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What are silage inoculants?

What are silage inoculants?

Silage inoculants are additives containing anaerobic lactic acid bacteria (LAB) that are used to manipulate and enhance fermentation in haylage (alfalfa, grass, cereal) and corn silage.

Why do you inoculate silage?

Silage inoculants assist in the fermentation process of silage making, whereas aerobic spoilage inhibitors work by delaying the onset of silage spoilage such as heating and mould growth causing lost dry matter, quality and palatability.

What is a silage additive?

Silage additives are designed to do one of two things, although some additives can do both: Improve fermentation in the silo to give better protein quality – not greater crude protein, no silage inoculant can do this – and increased sugar content and reduce fermentation DM losses.

Why is silage fermented?

Efficient fermentation is designed to create a more palatable and digestible feed which encourages dry matter intake and improves performance. Six phases occur during the silage fermentation process. As the forage is harvested, aerobic organisms predominate on the forage surface.

How is silage fermented?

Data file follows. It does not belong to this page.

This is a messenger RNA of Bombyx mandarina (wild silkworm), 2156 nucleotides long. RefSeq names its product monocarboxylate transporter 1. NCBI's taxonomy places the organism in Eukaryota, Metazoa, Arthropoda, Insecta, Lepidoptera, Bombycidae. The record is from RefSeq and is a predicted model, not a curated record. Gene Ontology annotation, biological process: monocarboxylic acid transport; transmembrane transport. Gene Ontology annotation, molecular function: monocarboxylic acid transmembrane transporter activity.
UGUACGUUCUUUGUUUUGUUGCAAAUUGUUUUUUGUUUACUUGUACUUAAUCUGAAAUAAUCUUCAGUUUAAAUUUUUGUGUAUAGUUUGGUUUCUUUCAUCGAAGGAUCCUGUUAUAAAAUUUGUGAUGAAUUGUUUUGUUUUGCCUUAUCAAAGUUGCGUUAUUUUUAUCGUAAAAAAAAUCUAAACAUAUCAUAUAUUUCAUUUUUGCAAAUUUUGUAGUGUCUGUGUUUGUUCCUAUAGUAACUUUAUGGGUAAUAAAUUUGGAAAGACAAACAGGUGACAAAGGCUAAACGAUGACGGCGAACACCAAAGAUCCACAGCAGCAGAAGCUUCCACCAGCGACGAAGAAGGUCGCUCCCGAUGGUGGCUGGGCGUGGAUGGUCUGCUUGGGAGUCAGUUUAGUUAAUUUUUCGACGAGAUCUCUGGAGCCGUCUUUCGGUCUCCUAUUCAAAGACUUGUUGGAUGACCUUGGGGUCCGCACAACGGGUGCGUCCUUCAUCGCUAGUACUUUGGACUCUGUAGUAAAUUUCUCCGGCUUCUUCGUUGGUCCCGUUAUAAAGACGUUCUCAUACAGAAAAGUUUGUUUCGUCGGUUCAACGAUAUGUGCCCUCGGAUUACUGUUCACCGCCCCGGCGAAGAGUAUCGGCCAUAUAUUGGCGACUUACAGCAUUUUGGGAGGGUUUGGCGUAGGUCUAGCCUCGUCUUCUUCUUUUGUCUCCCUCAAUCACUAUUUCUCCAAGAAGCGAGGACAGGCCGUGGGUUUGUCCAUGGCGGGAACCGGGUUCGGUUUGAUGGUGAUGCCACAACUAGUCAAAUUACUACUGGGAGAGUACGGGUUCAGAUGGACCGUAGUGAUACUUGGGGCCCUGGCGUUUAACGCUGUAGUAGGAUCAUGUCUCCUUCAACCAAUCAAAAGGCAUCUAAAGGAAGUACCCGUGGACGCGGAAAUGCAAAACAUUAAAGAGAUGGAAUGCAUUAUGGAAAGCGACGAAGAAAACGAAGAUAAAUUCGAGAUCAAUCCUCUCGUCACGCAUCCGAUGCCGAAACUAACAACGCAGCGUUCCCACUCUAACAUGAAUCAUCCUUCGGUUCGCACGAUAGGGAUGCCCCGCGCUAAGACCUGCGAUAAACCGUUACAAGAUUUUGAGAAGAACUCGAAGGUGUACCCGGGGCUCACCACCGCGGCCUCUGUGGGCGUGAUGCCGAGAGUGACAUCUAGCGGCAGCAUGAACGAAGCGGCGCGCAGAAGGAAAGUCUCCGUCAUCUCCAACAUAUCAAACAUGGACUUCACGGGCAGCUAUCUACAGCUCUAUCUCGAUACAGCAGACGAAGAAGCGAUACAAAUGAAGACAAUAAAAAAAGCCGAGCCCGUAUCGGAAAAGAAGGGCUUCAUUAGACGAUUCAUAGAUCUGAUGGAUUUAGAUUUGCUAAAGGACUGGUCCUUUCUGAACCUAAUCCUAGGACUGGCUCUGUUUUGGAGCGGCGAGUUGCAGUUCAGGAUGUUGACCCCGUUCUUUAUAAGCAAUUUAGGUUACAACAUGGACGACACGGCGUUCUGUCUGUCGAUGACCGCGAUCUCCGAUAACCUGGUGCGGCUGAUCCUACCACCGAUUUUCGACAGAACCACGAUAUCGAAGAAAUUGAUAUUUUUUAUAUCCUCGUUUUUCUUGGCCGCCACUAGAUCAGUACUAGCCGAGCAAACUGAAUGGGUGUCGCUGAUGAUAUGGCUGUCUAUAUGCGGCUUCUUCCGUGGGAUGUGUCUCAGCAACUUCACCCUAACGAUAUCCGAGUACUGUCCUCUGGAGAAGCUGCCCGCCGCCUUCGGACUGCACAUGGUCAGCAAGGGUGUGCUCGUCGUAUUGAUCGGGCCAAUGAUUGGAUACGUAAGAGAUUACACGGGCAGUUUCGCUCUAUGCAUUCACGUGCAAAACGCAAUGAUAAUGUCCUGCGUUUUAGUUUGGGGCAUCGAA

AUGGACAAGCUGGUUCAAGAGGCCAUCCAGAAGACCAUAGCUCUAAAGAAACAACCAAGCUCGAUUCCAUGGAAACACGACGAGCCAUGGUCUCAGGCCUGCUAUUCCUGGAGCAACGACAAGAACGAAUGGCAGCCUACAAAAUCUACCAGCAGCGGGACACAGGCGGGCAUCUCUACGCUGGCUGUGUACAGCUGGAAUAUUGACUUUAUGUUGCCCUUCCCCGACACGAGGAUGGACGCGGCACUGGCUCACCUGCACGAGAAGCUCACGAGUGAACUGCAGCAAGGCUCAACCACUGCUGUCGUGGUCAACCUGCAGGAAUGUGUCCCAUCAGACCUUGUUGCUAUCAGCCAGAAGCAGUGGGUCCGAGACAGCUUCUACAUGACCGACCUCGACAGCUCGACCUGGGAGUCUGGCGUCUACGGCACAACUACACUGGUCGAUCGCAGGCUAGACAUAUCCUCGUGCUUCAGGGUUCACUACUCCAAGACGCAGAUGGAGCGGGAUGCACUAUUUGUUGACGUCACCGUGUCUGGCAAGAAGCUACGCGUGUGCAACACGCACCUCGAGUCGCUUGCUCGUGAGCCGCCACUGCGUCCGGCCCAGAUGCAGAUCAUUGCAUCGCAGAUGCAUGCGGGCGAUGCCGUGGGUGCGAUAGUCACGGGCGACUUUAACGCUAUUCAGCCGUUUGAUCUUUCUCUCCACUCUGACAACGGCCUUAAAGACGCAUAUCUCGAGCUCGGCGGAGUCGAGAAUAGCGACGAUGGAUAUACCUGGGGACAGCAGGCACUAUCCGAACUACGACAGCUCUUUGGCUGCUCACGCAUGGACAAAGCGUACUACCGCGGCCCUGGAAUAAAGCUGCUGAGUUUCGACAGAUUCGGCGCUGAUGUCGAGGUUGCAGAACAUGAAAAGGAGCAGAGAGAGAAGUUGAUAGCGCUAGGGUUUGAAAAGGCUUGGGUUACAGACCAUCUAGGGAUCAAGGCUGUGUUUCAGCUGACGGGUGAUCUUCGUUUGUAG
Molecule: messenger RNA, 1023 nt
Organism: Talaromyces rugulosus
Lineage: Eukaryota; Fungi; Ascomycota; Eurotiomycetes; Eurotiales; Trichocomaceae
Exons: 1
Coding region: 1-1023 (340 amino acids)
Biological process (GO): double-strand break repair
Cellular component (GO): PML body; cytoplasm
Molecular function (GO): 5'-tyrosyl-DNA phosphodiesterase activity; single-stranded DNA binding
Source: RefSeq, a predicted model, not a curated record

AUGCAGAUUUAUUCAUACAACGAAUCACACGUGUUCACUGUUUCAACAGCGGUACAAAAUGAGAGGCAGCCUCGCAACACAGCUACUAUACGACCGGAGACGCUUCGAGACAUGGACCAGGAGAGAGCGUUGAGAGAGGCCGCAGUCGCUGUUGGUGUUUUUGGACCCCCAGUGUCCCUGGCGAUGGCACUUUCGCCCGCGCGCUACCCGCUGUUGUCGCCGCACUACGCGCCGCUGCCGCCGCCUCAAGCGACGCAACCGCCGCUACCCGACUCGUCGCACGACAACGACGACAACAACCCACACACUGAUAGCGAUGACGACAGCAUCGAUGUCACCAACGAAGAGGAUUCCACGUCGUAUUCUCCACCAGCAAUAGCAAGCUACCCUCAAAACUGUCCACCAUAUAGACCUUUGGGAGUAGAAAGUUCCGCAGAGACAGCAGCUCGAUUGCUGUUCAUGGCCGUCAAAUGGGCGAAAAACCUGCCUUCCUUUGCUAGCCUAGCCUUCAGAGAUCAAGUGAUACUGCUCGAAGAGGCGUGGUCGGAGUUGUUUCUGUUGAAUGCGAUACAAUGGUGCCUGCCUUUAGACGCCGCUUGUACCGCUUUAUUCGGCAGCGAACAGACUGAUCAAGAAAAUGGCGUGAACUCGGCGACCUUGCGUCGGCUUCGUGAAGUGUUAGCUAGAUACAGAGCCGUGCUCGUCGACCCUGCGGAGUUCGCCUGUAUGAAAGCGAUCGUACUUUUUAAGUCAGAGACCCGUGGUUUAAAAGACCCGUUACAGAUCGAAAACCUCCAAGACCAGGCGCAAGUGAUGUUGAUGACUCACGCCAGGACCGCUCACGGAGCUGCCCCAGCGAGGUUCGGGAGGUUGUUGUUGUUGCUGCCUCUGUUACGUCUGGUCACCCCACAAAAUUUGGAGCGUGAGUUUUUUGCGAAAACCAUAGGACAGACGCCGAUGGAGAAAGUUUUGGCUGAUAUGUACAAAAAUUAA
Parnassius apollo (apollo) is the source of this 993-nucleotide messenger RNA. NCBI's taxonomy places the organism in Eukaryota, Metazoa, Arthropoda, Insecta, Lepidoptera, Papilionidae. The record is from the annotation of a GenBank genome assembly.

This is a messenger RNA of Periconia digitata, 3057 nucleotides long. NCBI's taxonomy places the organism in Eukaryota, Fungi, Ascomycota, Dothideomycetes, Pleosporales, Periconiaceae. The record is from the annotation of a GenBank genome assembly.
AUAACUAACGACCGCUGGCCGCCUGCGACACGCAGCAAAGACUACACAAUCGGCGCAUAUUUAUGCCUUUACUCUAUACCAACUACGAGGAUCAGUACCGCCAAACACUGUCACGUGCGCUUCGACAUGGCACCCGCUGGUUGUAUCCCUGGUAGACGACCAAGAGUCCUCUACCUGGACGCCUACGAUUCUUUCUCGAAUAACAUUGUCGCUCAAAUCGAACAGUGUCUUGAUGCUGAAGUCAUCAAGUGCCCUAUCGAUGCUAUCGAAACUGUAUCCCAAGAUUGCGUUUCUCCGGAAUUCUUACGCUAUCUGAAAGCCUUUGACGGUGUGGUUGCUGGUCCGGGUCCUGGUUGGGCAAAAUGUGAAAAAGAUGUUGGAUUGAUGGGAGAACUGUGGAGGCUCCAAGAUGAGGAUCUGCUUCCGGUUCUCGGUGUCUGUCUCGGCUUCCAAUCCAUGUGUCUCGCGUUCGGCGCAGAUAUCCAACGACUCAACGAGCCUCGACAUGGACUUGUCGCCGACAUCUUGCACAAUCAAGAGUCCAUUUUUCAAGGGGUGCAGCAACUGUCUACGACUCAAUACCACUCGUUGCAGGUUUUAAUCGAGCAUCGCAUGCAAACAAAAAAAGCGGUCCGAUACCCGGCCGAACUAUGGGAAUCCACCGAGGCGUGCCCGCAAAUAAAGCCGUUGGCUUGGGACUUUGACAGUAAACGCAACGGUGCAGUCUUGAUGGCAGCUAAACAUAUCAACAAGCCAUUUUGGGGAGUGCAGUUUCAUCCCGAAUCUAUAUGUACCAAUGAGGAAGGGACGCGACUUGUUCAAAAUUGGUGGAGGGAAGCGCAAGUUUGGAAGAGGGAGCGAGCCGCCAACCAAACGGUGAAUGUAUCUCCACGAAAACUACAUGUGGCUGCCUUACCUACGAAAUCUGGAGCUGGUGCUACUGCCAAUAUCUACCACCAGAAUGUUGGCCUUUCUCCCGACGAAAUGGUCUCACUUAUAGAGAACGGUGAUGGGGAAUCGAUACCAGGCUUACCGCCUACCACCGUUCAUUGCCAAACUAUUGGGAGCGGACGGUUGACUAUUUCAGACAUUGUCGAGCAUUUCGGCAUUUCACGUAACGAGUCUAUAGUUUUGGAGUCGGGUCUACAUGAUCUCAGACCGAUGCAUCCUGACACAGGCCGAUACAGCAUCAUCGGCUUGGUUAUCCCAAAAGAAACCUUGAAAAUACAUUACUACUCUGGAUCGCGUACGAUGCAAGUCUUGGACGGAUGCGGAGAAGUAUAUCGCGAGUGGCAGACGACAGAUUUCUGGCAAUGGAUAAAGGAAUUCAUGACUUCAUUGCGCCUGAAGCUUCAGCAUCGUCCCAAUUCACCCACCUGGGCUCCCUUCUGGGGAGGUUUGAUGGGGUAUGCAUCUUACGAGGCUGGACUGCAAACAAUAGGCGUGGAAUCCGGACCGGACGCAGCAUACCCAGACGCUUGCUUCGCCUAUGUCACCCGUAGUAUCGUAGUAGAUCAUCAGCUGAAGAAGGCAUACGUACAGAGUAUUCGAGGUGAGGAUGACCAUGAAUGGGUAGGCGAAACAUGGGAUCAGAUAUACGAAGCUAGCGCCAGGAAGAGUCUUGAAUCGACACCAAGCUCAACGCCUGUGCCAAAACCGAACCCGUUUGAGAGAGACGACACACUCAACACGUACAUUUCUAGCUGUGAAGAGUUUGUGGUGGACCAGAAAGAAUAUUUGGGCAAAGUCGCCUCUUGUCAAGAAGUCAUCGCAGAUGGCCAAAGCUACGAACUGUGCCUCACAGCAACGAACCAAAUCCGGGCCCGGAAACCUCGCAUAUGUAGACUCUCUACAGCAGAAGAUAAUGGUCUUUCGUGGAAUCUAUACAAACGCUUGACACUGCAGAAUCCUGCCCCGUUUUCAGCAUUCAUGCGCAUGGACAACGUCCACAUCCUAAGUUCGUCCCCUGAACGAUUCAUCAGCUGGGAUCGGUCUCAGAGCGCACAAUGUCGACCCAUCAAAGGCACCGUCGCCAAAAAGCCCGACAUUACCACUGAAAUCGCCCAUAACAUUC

Silage undergoes anaerobic fermentation, which starts about 48 hours after the silo is filled, and converts sugars to acids. Fermentation is essentially complete after about two weeks. Before anaerobic fermentation starts, there is an aerobic phase in which the trapped oxygen is consumed.

What is the difference between silage and Soilage?

Fermented green forage fodder stored in a silo. Forage feed cut and fed to animals while still fresh. Silage () is a type of fodder made from green foliage crops which have been preserved by acidification, achieved through fermentation. …

Are silage additives worth it?

For farmers aiming to make high-quality silage, the inclusion of an additive can significantly help improve silage fermentation and quality. This is important as increasing silage quality will lead to a higher level of production on beef, dairy and sheep farms.